Creating Mental "Shelves" Through Enriching Experience
This morning I got my 7-year-old son out of bed at the unearthly hour of 4 am. Last time there was a total lunar eclipse, I got myself up to see it and then told him all about it in the morning. Naturally he was furious! So this time was different. I checked the time on my phone before heading downstairs to make sure we would have a perfect view, then silently entered my son's room to whisper in his ear, "Wake up, Wes! I want to show you something!" It took a minute for him to shake the sleepiness as he stared, open-mouthed, at the shadow of the earth. The next two hours would be spent alternately cat-napping on the couch and checking the view at the window. Finally, when he had seen enough, he fell back into deep sleep, only to be awakened by the arrival of daylight a short time later.
Why would any sane parent do this? What if he is sleepy at school today? What if he can't focus on his math or his reading? Couldn't I just show him pictures of a lunar eclipse in a book? Well, let me tell you what I think. I am not of the mind that kids will just pick up whatever knowledge and skills they need without direction from an adult mentor or teacher. I do think it necessary to memorize the rules of grammar, spelling, math facts, states of matter, important dates in history, etc. I am probably never going to be that homeschool mom that can abandon curriculum and schedule in favor of completely child-led, experience-based learning. In my mind there must be a balance.
This is how it comes together for me. Think of a child's mind as a vast library in which his experiences are not so much books, but shelves. A child goes to the park and digs a "river" in the sand around his castle, creating a "shelf" for learning about real rivers and castles in the future. Another child listens to classic books read aloud and develops an ear for good writing, proper grammar, and varied sentence structure, which he will learn later. A child goes camping with his family and gains experience with the outdoors, creating a space for future acquisition of natural science and the study of ancient lifestyles. What can biology possibly mean to a child who has never caught a grasshopper or watched a caterpillar turn? What are parts of speech to a child who has never read a book? What is astronomy to a child who has never seen a rocket launch or watched the stars come out?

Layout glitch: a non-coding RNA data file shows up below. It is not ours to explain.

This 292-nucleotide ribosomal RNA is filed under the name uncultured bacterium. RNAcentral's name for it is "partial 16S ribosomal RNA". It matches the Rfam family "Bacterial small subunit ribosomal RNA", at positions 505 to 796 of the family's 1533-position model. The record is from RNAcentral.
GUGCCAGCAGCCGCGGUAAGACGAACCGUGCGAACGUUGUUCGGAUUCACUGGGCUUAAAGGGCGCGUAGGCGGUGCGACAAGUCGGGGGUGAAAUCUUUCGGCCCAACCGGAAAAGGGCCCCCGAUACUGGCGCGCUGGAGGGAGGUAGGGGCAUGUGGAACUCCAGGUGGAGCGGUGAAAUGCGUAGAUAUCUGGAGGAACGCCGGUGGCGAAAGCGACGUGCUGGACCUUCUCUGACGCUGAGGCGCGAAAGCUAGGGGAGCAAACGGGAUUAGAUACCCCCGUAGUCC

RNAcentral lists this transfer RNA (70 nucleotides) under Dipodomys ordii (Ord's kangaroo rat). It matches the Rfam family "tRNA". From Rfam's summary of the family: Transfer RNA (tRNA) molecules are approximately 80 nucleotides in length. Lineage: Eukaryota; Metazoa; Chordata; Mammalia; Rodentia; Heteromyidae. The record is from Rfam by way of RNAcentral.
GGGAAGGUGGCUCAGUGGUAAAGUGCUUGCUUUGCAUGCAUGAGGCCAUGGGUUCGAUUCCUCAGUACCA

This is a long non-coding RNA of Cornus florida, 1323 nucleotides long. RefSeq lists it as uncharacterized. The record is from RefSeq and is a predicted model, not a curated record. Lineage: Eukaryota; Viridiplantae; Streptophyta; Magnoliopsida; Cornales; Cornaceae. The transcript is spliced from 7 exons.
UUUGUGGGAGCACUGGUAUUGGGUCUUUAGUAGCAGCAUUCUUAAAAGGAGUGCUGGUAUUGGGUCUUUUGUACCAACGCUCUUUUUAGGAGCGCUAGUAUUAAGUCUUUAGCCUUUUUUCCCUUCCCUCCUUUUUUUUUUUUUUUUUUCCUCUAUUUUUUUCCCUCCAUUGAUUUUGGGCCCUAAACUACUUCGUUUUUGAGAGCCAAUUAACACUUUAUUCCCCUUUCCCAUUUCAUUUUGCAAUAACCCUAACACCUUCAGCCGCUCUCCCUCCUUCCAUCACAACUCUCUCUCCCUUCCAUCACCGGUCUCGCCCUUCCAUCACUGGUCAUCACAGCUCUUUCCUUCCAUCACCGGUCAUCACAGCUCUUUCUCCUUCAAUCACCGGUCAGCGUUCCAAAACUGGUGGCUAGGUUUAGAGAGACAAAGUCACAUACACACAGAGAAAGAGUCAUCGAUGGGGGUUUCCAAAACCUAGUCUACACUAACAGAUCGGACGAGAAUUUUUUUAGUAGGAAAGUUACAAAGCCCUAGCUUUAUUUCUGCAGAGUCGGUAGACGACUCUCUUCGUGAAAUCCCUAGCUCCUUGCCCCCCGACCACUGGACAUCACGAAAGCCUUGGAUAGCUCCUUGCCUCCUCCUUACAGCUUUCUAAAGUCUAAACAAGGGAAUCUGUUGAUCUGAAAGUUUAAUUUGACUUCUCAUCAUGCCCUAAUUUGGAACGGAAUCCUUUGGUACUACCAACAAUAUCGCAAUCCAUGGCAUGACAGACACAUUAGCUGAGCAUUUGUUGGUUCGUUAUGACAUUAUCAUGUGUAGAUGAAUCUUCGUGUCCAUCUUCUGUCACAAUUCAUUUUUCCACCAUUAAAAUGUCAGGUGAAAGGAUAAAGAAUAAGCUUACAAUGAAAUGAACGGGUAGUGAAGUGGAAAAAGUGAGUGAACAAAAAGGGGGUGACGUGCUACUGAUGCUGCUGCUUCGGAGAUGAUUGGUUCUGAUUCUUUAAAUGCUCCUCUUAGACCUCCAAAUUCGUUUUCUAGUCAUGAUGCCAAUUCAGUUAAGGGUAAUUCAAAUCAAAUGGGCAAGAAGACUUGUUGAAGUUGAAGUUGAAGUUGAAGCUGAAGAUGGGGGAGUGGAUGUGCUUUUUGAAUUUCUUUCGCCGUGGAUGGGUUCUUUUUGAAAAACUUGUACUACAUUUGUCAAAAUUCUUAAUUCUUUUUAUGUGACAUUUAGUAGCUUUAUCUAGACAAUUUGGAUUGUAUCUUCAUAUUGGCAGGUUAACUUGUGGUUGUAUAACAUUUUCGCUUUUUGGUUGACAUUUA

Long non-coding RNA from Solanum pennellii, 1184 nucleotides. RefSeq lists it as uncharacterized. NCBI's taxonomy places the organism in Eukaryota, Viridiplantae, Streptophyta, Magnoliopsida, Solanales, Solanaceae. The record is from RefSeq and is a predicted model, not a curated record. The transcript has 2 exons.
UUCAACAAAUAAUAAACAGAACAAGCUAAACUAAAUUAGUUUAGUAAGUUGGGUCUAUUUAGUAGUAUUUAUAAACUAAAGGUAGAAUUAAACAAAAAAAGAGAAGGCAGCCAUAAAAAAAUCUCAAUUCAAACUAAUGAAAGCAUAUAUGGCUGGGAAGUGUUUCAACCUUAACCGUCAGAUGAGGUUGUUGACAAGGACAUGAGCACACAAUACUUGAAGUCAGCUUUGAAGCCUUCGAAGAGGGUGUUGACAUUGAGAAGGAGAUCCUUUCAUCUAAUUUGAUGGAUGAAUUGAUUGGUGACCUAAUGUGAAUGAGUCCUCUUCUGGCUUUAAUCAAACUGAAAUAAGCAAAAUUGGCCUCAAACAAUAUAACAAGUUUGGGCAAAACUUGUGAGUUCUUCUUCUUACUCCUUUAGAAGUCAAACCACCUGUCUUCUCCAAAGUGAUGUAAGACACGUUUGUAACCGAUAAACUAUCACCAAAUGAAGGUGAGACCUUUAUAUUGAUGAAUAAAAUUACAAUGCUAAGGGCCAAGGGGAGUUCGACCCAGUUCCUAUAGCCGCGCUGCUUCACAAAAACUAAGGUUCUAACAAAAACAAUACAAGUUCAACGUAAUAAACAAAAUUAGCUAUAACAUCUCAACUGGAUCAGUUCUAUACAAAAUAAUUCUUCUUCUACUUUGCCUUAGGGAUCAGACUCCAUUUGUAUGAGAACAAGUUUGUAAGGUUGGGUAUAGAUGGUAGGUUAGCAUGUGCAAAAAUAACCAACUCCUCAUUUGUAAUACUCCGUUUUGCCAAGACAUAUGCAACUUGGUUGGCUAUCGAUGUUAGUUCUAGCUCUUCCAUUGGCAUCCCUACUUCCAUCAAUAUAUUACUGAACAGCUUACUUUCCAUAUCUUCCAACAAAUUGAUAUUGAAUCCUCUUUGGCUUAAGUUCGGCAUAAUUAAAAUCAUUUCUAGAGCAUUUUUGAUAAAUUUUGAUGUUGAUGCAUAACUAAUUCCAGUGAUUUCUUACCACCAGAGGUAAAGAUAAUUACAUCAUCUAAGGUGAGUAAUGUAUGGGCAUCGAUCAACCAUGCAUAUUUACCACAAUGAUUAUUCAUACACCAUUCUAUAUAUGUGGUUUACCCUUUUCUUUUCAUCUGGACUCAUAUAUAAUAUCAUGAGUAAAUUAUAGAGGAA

The key here is relevance. Trying to stuff the mind with facts for which there is no experiential context or relevance to the child's life is like piling books on the floor of a library with no shelves. It makes a complete mess and a retrieval nightmare. On the other hand, experience alone, without the complementary in-depth study, could be compared to a library with vast shelving but no books.
Since either case represents a lack of balance, we continue to pursue both enriching experiences and methodical study. So, while I'm not too shaken by the fact that my child may need a mid-morning nap, and I feel the eclipse experience is worth the inconvenience, it doesn't mean we'll be skipping our grammar lesson later on today. After all, we're learning the prepositions, and those are important, too.
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